The organization, founded by Jerrell and Fern Hill, is named after their son Timothy Hill, a Columbia, TN native who died at age 13 but who already had a vision and business plan for helping others.
The first location was opened in 1980 in New York as a residential facility working with young people coming out of foster care. About 15 years later a retreat center was opened in the mountains of Massachusetts.
“As our board began exploring our next phase of expansion we said we really wanted to have the opportunity to do things in Tennessee where Timothy was born and dad was raised and felt this would be like coming home for us” Thaddaeus Hill told WJLE.
“At this location our intent is to continue to run this as a retreat center and host conferences and events for individuals, families, churches and groups who want to come and use this place,” Hill explained. “I’m sure there’s a lot of questions about our residential end of what we do. That will not exist on this site. At some point in the future we do have intent to work with some young people who have aged out of foster care. That is the population we’re looking at. The ones who have aged out of foster care that are 18 and above that may not have families to support them through their college years or finding their career paths. We’re not talking about criminals. We’re going to do our best to love on those folks and at some point use this facility as part of their training ground for some of their education and vocational training opportunities but we do not have a concrete date as to when that is going to happen. That will be some time in the future," said Hill
“Our main focus for the immediate future is to get the facility up to our standards and get it running in a direction that we feel like is a blessing to the people who are using it,” he added.
"I think for the next two to three years we're going to really focus on improving what is here before doing too much expansion. Expanding some of the trails in the woods to allow for hiking and passive recreation and at some point having horses on campus is definitely important to us. This is something we have on all of our locations is horses and an equestrian opportunity for young people and families to be able to participate in that. I absolutely expect that this will be something somewhere down the road that we will do. But again to me the real magic is the view, the lake, and the nature that's around us and we want to make sure that we're steering people toward that and have the opportunity to really go all throughout this 160 acres. We're not going to let it lie dormant and not do anything with it. But we have to do it in cooperation with the Corps and what they will allow us to do but they have indicated to us that using the entire property for passive recreation is absolutely an allowable use and something they encourage," Hill concluded.
Guest cottages and apartments are maintained on the property including thirteen cabins or houses, four condominiums, along with the lakeside lodge, featuring 26 units. The resort also has a dock and a swimming pool.
Tennessee Gov. Bill Haslam and Tennessee Department of Transportation Commissioner John Schroer today released TDOT’s annual three year transportation program (2017-19), featuring approximately $2 billion in infrastructure investments for 79 individual project phases in 42 counties including DeKalb, as well as 15 statewide programs.
Among the projects in Region 2 is the widening of Highway 56 from south of State Route 288 near Magness Road to East Bryant Street in Smithville (4.5 miles). Budgeted for construction in Fiscal Year 2017.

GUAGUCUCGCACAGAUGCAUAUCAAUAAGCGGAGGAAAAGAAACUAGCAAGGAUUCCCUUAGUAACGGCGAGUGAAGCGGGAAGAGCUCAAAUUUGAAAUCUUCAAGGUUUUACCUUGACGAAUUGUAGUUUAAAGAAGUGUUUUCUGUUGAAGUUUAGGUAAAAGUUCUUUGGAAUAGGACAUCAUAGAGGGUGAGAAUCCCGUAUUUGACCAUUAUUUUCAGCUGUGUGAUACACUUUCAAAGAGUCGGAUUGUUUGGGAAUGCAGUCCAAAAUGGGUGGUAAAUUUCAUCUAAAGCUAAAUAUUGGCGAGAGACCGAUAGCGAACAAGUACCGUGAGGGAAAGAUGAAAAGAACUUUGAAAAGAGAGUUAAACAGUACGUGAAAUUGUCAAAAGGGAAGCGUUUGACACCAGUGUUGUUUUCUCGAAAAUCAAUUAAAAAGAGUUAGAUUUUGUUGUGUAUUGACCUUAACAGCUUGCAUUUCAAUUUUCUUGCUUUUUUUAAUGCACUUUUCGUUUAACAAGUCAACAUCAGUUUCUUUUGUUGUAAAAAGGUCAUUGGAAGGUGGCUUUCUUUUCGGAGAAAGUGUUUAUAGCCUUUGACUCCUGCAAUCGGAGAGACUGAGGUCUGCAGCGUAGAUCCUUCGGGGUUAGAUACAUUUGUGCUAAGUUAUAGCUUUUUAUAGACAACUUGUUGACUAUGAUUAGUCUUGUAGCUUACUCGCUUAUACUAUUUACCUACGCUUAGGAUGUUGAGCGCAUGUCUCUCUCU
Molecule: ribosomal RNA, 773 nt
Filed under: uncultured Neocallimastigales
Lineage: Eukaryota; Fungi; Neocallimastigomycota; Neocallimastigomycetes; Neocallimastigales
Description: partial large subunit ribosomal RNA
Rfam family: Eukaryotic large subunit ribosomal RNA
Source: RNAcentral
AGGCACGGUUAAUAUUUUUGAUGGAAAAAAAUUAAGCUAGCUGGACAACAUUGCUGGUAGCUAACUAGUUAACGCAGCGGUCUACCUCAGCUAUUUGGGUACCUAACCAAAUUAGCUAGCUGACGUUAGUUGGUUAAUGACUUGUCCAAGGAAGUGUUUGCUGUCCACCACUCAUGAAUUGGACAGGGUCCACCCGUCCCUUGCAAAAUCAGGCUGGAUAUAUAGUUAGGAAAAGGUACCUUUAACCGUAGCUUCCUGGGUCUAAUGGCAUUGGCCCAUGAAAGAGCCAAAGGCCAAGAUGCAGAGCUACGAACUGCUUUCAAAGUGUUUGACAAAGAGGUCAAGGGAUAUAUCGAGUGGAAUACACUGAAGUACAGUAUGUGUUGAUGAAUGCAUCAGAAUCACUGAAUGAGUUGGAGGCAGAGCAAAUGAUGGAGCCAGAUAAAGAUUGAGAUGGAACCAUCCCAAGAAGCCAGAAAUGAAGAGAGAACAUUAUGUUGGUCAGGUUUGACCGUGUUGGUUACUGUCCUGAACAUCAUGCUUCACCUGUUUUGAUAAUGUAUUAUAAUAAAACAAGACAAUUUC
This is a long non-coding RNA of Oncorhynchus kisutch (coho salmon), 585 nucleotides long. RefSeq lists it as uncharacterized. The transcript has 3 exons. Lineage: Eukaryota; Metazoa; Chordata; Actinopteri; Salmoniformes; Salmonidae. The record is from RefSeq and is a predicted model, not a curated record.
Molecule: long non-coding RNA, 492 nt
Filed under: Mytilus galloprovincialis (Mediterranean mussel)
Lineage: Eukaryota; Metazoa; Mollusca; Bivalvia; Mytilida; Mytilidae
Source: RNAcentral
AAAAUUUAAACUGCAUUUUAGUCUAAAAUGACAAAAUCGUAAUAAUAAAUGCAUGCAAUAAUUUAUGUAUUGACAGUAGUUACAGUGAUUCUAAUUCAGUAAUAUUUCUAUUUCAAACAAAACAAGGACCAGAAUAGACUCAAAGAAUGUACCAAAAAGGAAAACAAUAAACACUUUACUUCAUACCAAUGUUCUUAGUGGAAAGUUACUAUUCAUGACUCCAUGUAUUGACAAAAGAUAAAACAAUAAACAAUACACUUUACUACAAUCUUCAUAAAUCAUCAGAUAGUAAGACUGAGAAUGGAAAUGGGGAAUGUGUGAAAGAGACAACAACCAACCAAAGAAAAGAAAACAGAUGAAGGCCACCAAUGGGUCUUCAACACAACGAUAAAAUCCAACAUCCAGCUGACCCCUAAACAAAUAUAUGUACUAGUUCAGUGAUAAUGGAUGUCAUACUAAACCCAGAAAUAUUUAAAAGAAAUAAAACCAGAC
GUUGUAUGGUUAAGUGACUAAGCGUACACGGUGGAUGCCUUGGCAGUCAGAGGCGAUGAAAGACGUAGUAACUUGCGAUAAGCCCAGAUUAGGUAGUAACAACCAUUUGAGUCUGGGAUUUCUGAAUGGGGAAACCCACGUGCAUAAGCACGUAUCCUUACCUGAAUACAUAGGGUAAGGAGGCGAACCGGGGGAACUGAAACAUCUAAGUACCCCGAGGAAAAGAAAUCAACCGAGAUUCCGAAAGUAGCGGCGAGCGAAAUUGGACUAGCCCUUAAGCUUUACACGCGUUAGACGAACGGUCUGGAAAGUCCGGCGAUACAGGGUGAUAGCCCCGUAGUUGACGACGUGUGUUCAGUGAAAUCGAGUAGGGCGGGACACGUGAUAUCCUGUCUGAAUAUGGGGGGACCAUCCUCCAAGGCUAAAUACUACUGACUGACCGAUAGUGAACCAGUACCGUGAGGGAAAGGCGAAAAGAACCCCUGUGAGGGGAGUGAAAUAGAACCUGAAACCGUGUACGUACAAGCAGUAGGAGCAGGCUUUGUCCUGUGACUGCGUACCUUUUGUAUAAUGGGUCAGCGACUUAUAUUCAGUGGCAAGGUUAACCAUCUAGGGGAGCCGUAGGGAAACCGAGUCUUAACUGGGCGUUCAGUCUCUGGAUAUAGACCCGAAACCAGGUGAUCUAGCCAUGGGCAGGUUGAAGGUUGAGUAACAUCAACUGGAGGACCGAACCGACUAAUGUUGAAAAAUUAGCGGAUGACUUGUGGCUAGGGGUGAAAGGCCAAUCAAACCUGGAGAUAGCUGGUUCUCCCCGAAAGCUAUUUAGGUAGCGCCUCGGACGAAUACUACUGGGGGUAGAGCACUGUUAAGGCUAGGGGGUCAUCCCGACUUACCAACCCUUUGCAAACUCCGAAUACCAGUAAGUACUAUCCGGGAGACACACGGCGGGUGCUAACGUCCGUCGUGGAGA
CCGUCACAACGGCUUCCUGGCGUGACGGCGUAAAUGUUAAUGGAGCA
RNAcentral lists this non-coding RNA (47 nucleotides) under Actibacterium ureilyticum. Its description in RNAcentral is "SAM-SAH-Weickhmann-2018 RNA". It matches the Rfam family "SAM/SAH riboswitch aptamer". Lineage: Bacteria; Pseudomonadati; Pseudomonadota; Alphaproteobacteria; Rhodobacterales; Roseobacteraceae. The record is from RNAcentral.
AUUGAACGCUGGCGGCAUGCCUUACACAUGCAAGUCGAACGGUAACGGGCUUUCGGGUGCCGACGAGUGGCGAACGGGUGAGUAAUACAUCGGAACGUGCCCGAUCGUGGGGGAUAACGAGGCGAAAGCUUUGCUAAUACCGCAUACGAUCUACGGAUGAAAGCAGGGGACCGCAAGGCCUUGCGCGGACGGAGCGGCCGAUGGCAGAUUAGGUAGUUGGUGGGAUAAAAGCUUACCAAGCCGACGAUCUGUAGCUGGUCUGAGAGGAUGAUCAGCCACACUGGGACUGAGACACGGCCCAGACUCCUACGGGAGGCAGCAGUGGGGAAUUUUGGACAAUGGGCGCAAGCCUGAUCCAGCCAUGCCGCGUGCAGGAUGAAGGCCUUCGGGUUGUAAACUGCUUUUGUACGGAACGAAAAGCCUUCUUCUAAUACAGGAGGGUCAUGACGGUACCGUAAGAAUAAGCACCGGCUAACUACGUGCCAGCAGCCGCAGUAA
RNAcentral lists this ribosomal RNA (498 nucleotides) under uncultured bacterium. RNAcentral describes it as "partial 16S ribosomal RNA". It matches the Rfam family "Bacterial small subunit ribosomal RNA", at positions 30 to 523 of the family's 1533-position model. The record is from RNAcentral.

The Warren-DeKalb Highway 56 project from south of the Warren County line to near Magness Road is scheduled for a construction letting this summer. It was scheduled for the June 24 letting but may shift to the August 19 letting, according to TDOT.
The three-year program (2017-19) continues the state’s focus on providing a high quality state transportation network that is safe and reliable and supports Tennessee’s economic development efforts. New federal transportation funding through the FAST Act federal legislation includes a roughly two percent increase for FY 2017 over FY 2016’s funding. The FAST Act also provides some one-time flexibility that allows TDOT to tap into an additional $147 million in federal money.
These increases combined with the $100 million repayment to the highway fund in the Haslam administration’s proposed FY 16-17 budget will give the department a somewhat larger building program in the upcoming fiscal year - an estimated $965 million in FY 2017, compared to $660 million in FY 2016.
Despite the increase in revenue for FY 2017, the department still has a multi-billion dollar backlog of unfunded highway and bridge projects that have been approved by the General Assembly, but lack available funding to move forward.
“This program reflects our commitment to increasing safety and economic development opportunities, while also remaining debt free on our roads, and these one-time funding increases will allow TDOT to move forward with nearly a billion dollars in much needed road projects in communities across the state,” Haslam said.
In addition to the 2017 budgeted program, partial plans for 2018 and 2019 are included, along with funding for 15 transportation programs including Rockfall Mitigation, Spot Safety Improvement, and the statewide HELP Program. The program also provides funding for transit agencies in all 95 counties, as well as Metropolitan and Rural Planning Organizations.
The County Commission Monday night named Mason Carter to fill the remaining two year unexpired term of Elmer Ellis, Jr. on the DeKalb County Emergency Communications District (911) Board of Directors.
Ellis resigned last month.
Carter also serves as a 1st district county commissioner.
The appointment was made upon the recommendation of the DeKalb County ECD Board. County Mayor Tim Stribling read the letter of recommendation Monday night sent to the county commission by Local ECD Director Bradley Mullinax on behalf of the 911 Board.
"During the March meeting of the DeKalb 911 ECD Board of Directors discussion was made of the appointment of a board member to the 911 board to serve in the position recently vacated by Elmer Ellis. The board unanimously recommended Mason Carter from the DeKalb County Commission to serve in this position to fill the unexpired term. We feel his background and experience will be invaluable to the success of our organization," Mullinax wrote
Carter will serve out the existing four year term of Mr. Ellis ending August 31, 2018.